Dr. Emrah Özcan | “…dum loquimur, fugerit invida aetas: carpe diem, quam minimum credula postero.” As we speak cruel time is fleeing. Seize the day, believing as little as possible in the morrow. — Horace, Odes (c. 23 BC and 13 BC), Book I, ode xi, line 8.

If you are curios about what lexicography is, here is how Frawley (1992) describes it:

“Lexicography is a discipline with a long history in most cultures. Typically, it aims at breadth of coverage rather than depth. Depth is achieved in the related discipline of lexicology, through detailed studies of key elements in the lexicon. The aim of lexicography is the systematic collection and explication of ‘all’ the words of a language (more strictly speaking, all the lexical items of a language, including idioms, multi-word expressions, and bound morphemes, as well as individual words).”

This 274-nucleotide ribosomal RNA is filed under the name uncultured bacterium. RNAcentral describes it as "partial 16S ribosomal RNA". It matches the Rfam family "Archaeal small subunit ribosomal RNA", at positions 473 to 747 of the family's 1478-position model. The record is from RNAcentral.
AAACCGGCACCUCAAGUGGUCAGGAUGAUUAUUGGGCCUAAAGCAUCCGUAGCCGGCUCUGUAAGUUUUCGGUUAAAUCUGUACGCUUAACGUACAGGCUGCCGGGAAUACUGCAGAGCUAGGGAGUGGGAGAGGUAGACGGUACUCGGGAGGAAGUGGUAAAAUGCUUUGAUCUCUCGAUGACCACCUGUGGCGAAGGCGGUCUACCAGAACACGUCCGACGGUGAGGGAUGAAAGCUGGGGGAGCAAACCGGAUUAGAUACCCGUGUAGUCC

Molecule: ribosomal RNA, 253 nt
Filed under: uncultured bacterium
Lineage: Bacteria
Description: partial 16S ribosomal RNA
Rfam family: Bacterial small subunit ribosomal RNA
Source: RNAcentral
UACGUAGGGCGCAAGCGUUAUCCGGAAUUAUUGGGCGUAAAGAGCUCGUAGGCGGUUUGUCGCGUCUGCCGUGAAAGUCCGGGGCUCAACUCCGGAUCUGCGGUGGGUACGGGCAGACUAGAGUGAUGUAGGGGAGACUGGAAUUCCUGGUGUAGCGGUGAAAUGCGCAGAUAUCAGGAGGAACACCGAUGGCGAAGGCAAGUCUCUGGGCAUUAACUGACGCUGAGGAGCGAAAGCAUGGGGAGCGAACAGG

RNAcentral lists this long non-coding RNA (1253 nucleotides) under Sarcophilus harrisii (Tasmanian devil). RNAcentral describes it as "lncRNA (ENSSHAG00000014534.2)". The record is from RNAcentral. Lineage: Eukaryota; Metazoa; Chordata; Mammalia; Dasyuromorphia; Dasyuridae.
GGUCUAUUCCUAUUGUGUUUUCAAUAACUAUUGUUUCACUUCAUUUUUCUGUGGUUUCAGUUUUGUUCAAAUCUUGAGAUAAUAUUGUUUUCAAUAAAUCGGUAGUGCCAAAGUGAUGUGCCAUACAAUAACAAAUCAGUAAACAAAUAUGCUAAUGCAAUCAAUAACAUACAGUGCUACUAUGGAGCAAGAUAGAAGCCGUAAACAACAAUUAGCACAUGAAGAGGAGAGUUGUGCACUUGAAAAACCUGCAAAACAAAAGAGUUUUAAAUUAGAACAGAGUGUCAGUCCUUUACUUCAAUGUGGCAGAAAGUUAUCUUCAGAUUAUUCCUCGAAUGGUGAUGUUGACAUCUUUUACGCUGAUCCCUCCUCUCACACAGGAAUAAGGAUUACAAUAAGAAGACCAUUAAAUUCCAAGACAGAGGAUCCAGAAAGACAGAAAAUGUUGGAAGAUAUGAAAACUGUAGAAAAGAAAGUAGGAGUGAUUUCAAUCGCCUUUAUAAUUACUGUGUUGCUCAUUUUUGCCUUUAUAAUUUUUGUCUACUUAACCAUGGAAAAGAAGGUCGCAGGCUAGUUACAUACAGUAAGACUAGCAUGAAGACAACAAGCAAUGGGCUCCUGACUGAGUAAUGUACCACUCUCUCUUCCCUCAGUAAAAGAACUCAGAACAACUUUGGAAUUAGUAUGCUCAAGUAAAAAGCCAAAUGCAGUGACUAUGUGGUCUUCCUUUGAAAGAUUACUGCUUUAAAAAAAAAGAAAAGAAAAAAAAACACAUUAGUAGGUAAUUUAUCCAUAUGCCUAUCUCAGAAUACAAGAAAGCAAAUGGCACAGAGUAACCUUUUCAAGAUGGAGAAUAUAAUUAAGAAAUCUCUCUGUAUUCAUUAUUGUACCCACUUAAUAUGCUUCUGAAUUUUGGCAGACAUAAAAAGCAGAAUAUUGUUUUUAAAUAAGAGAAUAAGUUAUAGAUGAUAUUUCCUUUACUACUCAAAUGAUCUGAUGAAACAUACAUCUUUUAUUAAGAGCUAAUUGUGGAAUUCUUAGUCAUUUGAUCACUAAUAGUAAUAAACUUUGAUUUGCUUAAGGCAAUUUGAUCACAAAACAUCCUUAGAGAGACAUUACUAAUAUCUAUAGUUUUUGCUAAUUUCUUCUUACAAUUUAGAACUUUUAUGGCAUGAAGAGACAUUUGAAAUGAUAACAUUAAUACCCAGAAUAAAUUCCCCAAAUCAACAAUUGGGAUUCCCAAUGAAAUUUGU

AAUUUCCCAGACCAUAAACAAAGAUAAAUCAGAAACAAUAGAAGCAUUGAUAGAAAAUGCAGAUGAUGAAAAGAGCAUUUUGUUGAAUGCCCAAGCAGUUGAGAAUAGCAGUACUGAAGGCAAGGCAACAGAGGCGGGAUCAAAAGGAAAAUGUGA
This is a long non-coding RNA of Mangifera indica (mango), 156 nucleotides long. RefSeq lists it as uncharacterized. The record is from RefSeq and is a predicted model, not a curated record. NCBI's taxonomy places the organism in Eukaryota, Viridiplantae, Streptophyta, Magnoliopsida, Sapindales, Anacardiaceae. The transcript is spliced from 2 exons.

“In the past two decades, the practice of lexicography has been transformed by the evidence of usage that is now to be found in large electronic corpora, so that the traditional historical-cultural focus of lexicography is beginning to be matched by empirically well-founded accounts of the dynamic nature of the lexicon and the relationship between word meaning and word use.”

Source: Frawley, William J. (1992), Encyclopedia of Linguistics, Oxford: Oxford University Press.

Here are some useful links about Lexicography: